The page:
Have you ever noticed how quickly children learn to effectively negotiate with their parents?
No? Well then, picture this:
Mom takes her child to the store. Seeing so many wonderful and colorful items, the child picks up an irresistible object and proclaims, “I want this!”
Mom, being the good mother that she is, tells her child to “put it back.”
She then echoes an age-old adage that we’ve all heard:
“You don’t always get what you want.”
Having made a mental note of this, the next time the child is in the store with Mom, they pick up an item of interest.
Softly, but firmly, the child says, “Mom, I need this.”
By expressing “need” over “want,” the child has effectively opened a negotiation, as Mom responds by asking, “Why do you need this, sweetheart?”
This early life exchange demonstrates what most of us learned long ago: considerately expressing your needs, rather than making demands, will increase your chances of getting what you want.
But, what makes an effective negotiator? And what communication strategies for your business English are effective for successful negotiations?
Knowing what you want, being able to express what you want, and considering what your counterpart wants are all part of the answer to these questions.
Of course, there are other elements to consider as well, such as style and technique, but being able to effectively express your wants means choosing the right words in.
In my work as a trainer, improving a person's business English and negotiation skills is about much more than improving their grammar, or their vocabulary. It is about teaching them to set a positive tone with their business language that conveys a clear and simple message.
Did you know that AAC's approach to language learning means learning skills in a foreign language that develop competence at work? Read more about how our training service can benefit your company here.
Negotiations in international business today most often employ business English as a common tool. How well you use that tool will determine your effectiveness, and thus your success at getting your message through in international business.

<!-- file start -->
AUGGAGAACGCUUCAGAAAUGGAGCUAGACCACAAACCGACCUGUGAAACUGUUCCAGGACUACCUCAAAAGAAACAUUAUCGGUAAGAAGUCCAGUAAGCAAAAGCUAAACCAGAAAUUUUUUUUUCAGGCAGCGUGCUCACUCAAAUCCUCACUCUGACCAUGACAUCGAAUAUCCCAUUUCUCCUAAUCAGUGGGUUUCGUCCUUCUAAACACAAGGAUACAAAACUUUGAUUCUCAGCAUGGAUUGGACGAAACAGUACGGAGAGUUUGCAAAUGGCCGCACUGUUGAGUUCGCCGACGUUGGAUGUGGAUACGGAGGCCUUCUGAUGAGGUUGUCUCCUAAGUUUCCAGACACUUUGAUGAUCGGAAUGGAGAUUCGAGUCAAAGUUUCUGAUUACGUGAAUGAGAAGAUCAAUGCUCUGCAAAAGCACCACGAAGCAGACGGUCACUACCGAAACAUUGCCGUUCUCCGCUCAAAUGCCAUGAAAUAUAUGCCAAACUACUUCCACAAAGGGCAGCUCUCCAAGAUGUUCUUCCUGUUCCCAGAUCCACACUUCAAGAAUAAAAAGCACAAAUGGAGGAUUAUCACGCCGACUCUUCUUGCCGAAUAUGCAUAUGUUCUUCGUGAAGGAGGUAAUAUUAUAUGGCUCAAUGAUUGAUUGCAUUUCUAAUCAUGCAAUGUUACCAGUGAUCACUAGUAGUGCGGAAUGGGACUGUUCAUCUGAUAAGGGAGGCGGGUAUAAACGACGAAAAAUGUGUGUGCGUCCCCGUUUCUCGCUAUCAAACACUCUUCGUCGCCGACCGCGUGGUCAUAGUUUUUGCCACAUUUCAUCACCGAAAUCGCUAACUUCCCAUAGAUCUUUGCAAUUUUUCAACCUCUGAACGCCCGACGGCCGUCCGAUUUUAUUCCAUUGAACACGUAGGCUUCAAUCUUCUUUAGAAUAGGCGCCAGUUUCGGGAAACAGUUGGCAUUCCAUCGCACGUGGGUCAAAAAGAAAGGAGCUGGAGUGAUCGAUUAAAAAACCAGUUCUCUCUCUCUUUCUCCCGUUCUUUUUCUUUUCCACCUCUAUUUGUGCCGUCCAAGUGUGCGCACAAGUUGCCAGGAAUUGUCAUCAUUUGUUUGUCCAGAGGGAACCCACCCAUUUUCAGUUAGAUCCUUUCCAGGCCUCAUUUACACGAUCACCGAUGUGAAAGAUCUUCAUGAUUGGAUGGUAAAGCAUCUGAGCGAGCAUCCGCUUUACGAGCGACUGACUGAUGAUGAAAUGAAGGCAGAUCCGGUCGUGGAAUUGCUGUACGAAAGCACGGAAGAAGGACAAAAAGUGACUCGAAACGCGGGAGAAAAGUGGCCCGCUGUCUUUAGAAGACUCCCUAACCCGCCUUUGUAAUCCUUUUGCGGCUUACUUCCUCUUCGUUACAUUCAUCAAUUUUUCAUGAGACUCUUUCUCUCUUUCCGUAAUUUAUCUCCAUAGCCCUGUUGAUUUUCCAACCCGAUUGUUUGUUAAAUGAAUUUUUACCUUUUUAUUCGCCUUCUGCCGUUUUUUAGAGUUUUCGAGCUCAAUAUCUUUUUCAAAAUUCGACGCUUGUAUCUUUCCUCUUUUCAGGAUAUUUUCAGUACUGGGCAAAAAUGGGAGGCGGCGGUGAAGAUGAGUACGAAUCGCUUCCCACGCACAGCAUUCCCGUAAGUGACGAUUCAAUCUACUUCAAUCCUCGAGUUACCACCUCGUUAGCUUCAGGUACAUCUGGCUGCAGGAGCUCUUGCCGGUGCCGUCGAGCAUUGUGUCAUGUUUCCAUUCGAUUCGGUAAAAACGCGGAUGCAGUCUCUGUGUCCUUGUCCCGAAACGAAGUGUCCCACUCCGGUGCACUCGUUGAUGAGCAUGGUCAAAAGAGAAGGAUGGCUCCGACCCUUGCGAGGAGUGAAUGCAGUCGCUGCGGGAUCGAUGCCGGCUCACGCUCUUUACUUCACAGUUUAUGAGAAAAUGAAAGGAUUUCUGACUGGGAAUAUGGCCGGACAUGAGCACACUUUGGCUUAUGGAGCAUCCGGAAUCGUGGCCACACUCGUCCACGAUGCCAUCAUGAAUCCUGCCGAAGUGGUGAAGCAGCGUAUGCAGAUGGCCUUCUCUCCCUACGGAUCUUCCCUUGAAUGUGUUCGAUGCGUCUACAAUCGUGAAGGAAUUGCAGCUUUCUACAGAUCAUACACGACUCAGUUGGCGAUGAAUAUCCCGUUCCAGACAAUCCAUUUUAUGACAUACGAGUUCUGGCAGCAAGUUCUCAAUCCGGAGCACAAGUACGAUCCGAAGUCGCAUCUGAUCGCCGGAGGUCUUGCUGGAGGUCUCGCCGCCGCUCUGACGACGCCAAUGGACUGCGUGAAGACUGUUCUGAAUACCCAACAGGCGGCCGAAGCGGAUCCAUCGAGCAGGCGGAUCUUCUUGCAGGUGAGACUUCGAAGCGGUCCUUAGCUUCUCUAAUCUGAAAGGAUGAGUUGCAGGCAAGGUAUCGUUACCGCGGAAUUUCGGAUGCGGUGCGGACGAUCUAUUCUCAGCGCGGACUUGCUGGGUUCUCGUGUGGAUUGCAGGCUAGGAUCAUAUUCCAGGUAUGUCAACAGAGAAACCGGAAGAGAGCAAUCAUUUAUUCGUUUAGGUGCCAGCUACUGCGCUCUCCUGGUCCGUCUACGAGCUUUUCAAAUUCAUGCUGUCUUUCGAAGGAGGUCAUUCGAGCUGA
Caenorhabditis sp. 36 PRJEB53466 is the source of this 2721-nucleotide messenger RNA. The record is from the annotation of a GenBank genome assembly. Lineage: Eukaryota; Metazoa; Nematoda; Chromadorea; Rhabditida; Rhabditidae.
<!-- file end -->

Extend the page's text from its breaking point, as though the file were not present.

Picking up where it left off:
Effective business negotiation skills utilize appropriate business vocabulary that delivers simple, clear, polite and considerate expressions of what is needed to reach an agreement that everyone can be happy with.
Negotiating across cultures already has enough risks of misunderstandings due to cultural differences without adding poor word choice or rudeness to the mix.
In the following sections we will look at some of the basic lessons that a typical training course for companies can teach.
We can begin the process of sounding more open and approachable by first considering the use of pronouns.
Repeatedly using the first-person pronoun “I” excludes everyone else and makes you sound self-centered, e.g. “I need,” “I must have,” or “I would like to.”
Try replacing “I” and “my” with the more inclusive pronoun forms “we” and “our.”
Combine these pronouns with key words that express actions, like the following:
- We will need to begin the process as soon as possible.
- Our goal is to get the process going sooner rather than later.
- We see the need to act sooner, if possible.
- We feel that together, we can come to an agreement.
- We envision a solution that is acceptable to everyone.
Knowing what active listening really is and using it is also essential to strengthening your negotiation skills.
Here are a few phrases that I teach in my language training courses that will strongly indicate that you are really listening to what is being communicated and that you are prepared to consider what is being said:
- We are taking into consideration what you have to say.
- Let’s concentrate on what you feel is needed.
- We welcome any proposal/suggestion/offer that you would like to make.
- We are mindful of the situation/circumstances/need for …
- Our goal is to listen to your requests/needs/requirements and consider ways to move forward.
As demonstrated here, solid negotiation skills require appropriate business vocabulary and phrasing, which are key in setting the right tone for negotiations.
By being keenly aware and focusing on using these words and sentences, you are more likely to be viewed as approachable, flexible, empathetic and friendly, to everyone’s satisfaction.
In addition, you will be adding to your business English and business vocabulary, which are frontline tools for communication in international business today.
If you would like to learn more about our training services for companies, or about how to become a more effective negotiator in English, Finnish, Swedish, French, German, or any other language, then take a look at our training service pages by clicking the button below.
And, if your next international business trip takes you to Russia for a negotiation, then you should read our blog on the basics of doing business in Russia.